I recently received an email from some friends in Moscow with this fantastic shot of a common visitor to the homemade feeder outside their second story apartment window. The Great Tit (Parus major), is a member of the Titmouse Family and is common to the woodlands of Europe and Asia. My friend, Sasha had constructed a bird feeder, and now he and Irina can watch and photograph birds from their kitchen window.
Photo taken by Sasha Panov
These birds have been shown to be quite adaptable to urban living. One study found that male Great Tits will alter the structure and pitch frequency of their mating songs relative to the surrounding levels of traffic and other urban noise.
Borrowed from Wikipedia–a Great Tit nestling. Is this cute or what?
These little birds generally fledge not even 3 weeks after hatching. Considering that an average brood size is about 8 chicks, the parents have their work cut out for them and must procure as many as 500 or more insects and caterpillars for the fledglings. Click here for more info.
Moscow is in what is referred to as Central European Russia and its environs consist of mixed and broadleaf forests. Some of the more common birds of the Moscow Region are the Eurasian Crow (Corvus corone), White Stork (Ciconia ciconia), Northern Swifts (Apus apus), and the Eurasion Cuckoo (Cuculus canorus). The 3 images below are taken from Wikipedia. In the first photo a Reed Warbler feeds an itsy-bitsy cuckoo young’un.
Cuckoo youngster and White Storks
I couldn’t find any stats on how many birders there are in the area around Moscow, but I would suspect quite a few. While there may not be as many national conservation organizations as in the U.S., the Russian people have always maintained a closeness with nature in a way that many Americans have not. Almost any Russian can tell you what mushrooms and berries to gather, even what plant leaves can be used for various home medicinal remedies.
Come Friday afternoon, the train stations swell with folks heading out of the city to their dachas, or to nearby parks, or villages. Sunday afternoon, buses are loaded with people heading back into the city, carrying buckets of berries, mushrooms, potatoes, carrots, onions, cucumbers, tomatoes, and herbs; foods all gathered in the forests or grown in dacha gardens. In my closet hangs a cherished daypack, stained purple with berry juice from blueberries and waterberries I had gathered with friends in Russia, and put in double plastic bags (paketi), but which, obviously, got squished in transportation.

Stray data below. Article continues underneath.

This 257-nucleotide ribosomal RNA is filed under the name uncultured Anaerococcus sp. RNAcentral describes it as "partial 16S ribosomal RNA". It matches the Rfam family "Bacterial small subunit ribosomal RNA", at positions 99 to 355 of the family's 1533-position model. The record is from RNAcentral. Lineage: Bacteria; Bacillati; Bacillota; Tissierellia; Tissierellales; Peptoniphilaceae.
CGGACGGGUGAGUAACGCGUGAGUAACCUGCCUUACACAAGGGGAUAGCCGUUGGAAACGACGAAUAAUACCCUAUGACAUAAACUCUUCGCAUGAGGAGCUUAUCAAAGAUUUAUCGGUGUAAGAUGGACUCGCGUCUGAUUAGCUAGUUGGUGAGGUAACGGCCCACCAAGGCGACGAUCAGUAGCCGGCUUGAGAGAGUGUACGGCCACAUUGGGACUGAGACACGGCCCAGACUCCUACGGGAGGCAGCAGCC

There are several parks or “green” (protected natural) areas outside Moscow, which are accessible by train or bus. Losiny Ostrov (Moose Island) is Russia’s first National Park and located just outside Moscow. Yes, as the name implies, moose do abound there and will wander into nearby towns and stand in the middle of the road, blocking traffic, including trolleys.
I don’t know how squirrel-proof these are, but you can’t beat the craftsmanship and care that went into these hand-carved bird feeders that I saw in Losiny Ostrov.
As birding and bird conservation gains global momentum there are more organizations that have been established in Europe and Russia, dedicated to bringing conservation awareness to the public. One such organization is Bird Life International, which has partnerships with other bird organizations throughout the world. In Russia, the Russian Bird Conservation Union (RBCU) acts as the Audubon Society does in the U.S. or the Royal Society for the Protection of Birds in the U.K.. It works to educate and involve the public in bird conservation efforts.
One such program is Spring Alive. Similar to the Backyard Bird Count, this program invites Moscow citizens to join other cities in Europe and get their binos out and take a count of the migrating birds they see throughout the spring (Feb. 1st to end of May/June). All the counts are submitted to Bird Life International and used to help monitor bird species populations. Right now the Spring Alive site is in Russian but you still have some fun with a couple of games on the site if you click here.
And, of course, those good ol’ milk cartons, worldwide, serve an important secondary function.
Moloko is pronounced “Muh-lah-koh” with the stress on the last syllable.
Some fun Russian words for bird lovers:
Cheek-chireek = chirp-chirp, tweet-tweet
Pteetsa = bird
Pteetsi = birds
Aitso = egg
Gnyezdo = nest
Kormushka = bird feeder
Ya liubliu pteetz! = I love birds!